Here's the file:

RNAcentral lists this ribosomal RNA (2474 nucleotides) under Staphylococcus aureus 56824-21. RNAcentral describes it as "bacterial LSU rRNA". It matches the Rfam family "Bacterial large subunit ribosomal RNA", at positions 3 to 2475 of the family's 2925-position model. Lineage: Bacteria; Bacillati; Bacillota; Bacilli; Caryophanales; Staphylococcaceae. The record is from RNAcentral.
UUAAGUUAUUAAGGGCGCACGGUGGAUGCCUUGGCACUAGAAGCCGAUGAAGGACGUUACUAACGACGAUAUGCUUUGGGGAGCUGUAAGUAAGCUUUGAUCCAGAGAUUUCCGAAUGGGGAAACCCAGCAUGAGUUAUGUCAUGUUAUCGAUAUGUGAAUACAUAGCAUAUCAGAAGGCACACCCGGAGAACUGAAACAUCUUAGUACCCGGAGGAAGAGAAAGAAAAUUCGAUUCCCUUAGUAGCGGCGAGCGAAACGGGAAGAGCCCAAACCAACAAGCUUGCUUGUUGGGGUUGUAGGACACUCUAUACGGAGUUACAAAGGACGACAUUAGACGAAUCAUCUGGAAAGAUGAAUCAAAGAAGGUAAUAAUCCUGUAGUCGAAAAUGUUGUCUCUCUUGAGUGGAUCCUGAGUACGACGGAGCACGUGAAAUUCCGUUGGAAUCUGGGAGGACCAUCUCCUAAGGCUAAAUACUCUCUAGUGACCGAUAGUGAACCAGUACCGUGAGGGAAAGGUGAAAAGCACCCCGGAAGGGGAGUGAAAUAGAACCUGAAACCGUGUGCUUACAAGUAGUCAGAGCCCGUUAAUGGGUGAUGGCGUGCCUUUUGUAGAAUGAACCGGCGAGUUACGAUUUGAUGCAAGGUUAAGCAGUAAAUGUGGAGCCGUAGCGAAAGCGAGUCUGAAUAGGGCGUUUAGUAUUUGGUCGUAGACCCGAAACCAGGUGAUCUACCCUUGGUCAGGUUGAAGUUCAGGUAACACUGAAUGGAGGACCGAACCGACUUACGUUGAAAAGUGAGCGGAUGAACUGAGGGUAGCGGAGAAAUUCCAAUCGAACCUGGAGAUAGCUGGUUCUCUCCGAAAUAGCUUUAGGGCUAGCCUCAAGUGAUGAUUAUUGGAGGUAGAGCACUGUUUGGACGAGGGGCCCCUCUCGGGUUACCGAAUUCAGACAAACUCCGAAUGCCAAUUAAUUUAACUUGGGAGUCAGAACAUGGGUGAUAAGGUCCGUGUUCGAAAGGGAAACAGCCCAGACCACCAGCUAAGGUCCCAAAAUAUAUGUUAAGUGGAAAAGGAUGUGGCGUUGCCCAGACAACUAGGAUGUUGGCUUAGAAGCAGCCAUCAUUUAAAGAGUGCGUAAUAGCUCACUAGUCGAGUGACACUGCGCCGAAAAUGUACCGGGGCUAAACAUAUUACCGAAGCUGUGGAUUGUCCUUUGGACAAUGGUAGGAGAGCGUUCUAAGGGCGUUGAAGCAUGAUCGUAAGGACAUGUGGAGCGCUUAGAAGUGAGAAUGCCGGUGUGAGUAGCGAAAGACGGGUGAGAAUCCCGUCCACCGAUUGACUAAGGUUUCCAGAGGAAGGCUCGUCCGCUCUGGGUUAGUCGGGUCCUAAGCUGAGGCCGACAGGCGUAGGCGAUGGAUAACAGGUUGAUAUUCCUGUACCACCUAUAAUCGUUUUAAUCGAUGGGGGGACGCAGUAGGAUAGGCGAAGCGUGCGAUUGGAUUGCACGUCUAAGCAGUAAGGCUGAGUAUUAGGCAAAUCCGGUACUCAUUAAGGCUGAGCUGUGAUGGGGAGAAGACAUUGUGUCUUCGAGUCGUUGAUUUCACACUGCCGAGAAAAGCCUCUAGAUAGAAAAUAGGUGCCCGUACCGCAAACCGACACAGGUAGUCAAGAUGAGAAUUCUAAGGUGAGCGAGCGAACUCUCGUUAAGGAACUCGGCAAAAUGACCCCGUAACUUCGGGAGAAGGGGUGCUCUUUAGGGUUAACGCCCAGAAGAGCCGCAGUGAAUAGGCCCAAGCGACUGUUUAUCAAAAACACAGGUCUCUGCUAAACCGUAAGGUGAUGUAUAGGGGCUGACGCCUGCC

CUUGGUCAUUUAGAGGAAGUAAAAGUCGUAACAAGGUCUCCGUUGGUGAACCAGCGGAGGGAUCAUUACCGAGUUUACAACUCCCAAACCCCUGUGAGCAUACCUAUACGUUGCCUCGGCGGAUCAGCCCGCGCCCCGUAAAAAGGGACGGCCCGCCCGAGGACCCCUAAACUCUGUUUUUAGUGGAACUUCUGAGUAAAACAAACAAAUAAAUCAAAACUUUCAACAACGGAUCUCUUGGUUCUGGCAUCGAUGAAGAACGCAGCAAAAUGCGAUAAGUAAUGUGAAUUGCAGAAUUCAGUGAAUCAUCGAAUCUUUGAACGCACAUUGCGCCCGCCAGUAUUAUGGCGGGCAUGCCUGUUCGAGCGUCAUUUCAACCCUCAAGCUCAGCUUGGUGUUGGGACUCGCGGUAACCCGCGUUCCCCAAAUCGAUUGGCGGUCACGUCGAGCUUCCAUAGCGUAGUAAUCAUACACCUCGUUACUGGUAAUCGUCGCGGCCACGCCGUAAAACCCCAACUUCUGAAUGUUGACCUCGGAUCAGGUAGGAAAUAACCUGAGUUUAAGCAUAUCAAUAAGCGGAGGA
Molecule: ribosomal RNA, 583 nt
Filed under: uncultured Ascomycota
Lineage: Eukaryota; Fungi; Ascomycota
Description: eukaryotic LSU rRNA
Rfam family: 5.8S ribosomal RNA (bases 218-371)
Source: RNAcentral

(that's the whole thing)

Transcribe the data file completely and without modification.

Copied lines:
RNAcentral lists this ribosomal RNA (2474 nucleotides) under Staphylococcus aureus 56824-21. RNAcentral describes it as "bacterial LSU rRNA". It matches the Rfam family "Bacterial large subunit ribosomal RNA", at positions 3 to 2475 of the family's 2925-position model. Lineage: Bacteria; Bacillati; Bacillota; Bacilli; Caryophanales; Staphylococcaceae. The record is from RNAcentral.
UUAAGUUAUUAAGGGCGCACGGUGGAUGCCUUGGCACUAGAAGCCGAUGAAGGACGUUACUAACGACGAUAUGCUUUGGGGAGCUGUAAGUAAGCUUUGAUCCAGAGAUUUCCGAAUGGGGAAACCCAGCAUGAGUUAUGUCAUGUUAUCGAUAUGUGAAUACAUAGCAUAUCAGAAGGCACACCCGGAGAACUGAAACAUCUUAGUACCCGGAGGAAGAGAAAGAAAAUUCGAUUCCCUUAGUAGCGGCGAGCGAAACGGGAAGAGCCCAAACCAACAAGCUUGCUUGUUGGGGUUGUAGGACACUCUAUACGGAGUUACAAAGGACGACAUUAGACGAAUCAUCUGGAAAGAUGAAUCAAAGAAGGUAAUAAUCCUGUAGUCGAAAAUGUUGUCUCUCUUGAGUGGAUCCUGAGUACGACGGAGCACGUGAAAUUCCGUUGGAAUCUGGGAGGACCAUCUCCUAAGGCUAAAUACUCUCUAGUGACCGAUAGUGAACCAGUACCGUGAGGGAAAGGUGAAAAGCACCCCGGAAGGGGAGUGAAAUAGAACCUGAAACCGUGUGCUUACAAGUAGUCAGAGCCCGUUAAUGGGUGAUGGCGUGCCUUUUGUAGAAUGAACCGGCGAGUUACGAUUUGAUGCAAGGUUAAGCAGUAAAUGUGGAGCCGUAGCGAAAGCGAGUCUGAAUAGGGCGUUUAGUAUUUGGUCGUAGACCCGAAACCAGGUGAUCUACCCUUGGUCAGGUUGAAGUUCAGGUAACACUGAAUGGAGGACCGAACCGACUUACGUUGAAAAGUGAGCGGAUGAACUGAGGGUAGCGGAGAAAUUCCAAUCGAACCUGGAGAUAGCUGGUUCUCUCCGAAAUAGCUUUAGGGCUAGCCUCAAGUGAUGAUUAUUGGAGGUAGAGCACUGUUUGGACGAGGGGCCCCUCUCGGGUUACCGAAUUCAGACAAACUCCGAAUGCCAAUUAAUUUAACUUGGGAGUCAGAACAUGGGUGAUAAGGUCCGUGUUCGAAAGGGAAACAGCCCAGACCACCAGCUAAGGUCCCAAAAUAUAUGUUAAGUGGAAAAGGAUGUGGCGUUGCCCAGACAACUAGGAUGUUGGCUUAGAAGCAGCCAUCAUUUAAAGAGUGCGUAAUAGCUCACUAGUCGAGUGACACUGCGCCGAAAAUGUACCGGGGCUAAACAUAUUACCGAAGCUGUGGAUUGUCCUUUGGACAAUGGUAGGAGAGCGUUCUAAGGGCGUUGAAGCAUGAUCGUAAGGACAUGUGGAGCGCUUAGAAGUGAGAAUGCCGGUGUGAGUAGCGAAAGACGGGUGAGAAUCCCGUCCACCGAUUGACUAAGGUUUCCAGAGGAAGGCUCGUCCGCUCUGGGUUAGUCGGGUCCUAAGCUGAGGCCGACAGGCGUAGGCGAUGGAUAACAGGUUGAUAUUCCUGUACCACCUAUAAUCGUUUUAAUCGAUGGGGGGACGCAGUAGGAUAGGCGAAGCGUGCGAUUGGAUUGCACGUCUAAGCAGUAAGGCUGAGUAUUAGGCAAAUCCGGUACUCAUUAAGGCUGAGCUGUGAUGGGGAGAAGACAUUGUGUCUUCGAGUCGUUGAUUUCACACUGCCGAGAAAAGCCUCUAGAUAGAAAAUAGGUGCCCGUACCGCAAACCGACACAGGUAGUCAAGAUGAGAAUUCUAAGGUGAGCGAGCGAACUCUCGUUAAGGAACUCGGCAAAAUGACCCCGUAACUUCGGGAGAAGGGGUGCUCUUUAGGGUUAACGCCCAGAAGAGCCGCAGUGAAUAGGCCCAAGCGACUGUUUAUCAAAAACACAGGUCUCUGCUAAACCGUAAGGUGAUGUAUAGGGGCUGACGCCUGCC

CUUGGUCAUUUAGAGGAAGUAAAAGUCGUAACAAGGUCUCCGUUGGUGAACCAGCGGAGGGAUCAUUACCGAGUUUACAACUCCCAAACCCCUGUGAGCAUACCUAUACGUUGCCUCGGCGGAUCAGCCCGCGCCCCGUAAAAAGGGACGGCCCGCCCGAGGACCCCUAAACUCUGUUUUUAGUGGAACUUCUGAGUAAAACAAACAAAUAAAUCAAAACUUUCAACAACGGAUCUCUUGGUUCUGGCAUCGAUGAAGAACGCAGCAAAAUGCGAUAAGUAAUGUGAAUUGCAGAAUUCAGUGAAUCAUCGAAUCUUUGAACGCACAUUGCGCCCGCCAGUAUUAUGGCGGGCAUGCCUGUUCGAGCGUCAUUUCAACCCUCAAGCUCAGCUUGGUGUUGGGACUCGCGGUAACCCGCGUUCCCCAAAUCGAUUGGCGGUCACGUCGAGCUUCCAUAGCGUAGUAAUCAUACACCUCGUUACUGGUAAUCGUCGCGGCCACGCCGUAAAACCCCAACUUCUGAAUGUUGACCUCGGAUCAGGUAGGAAAUAACCUGAGUUUAAGCAUAUCAAUAAGCGGAGGA
Molecule: ribosomal RNA, 583 nt
Filed under: uncultured Ascomycota
Lineage: Eukaryota; Fungi; Ascomycota
Description: eukaryotic LSU rRNA
Rfam family: 5.8S ribosomal RNA (bases 218-371)
Source: RNAcentral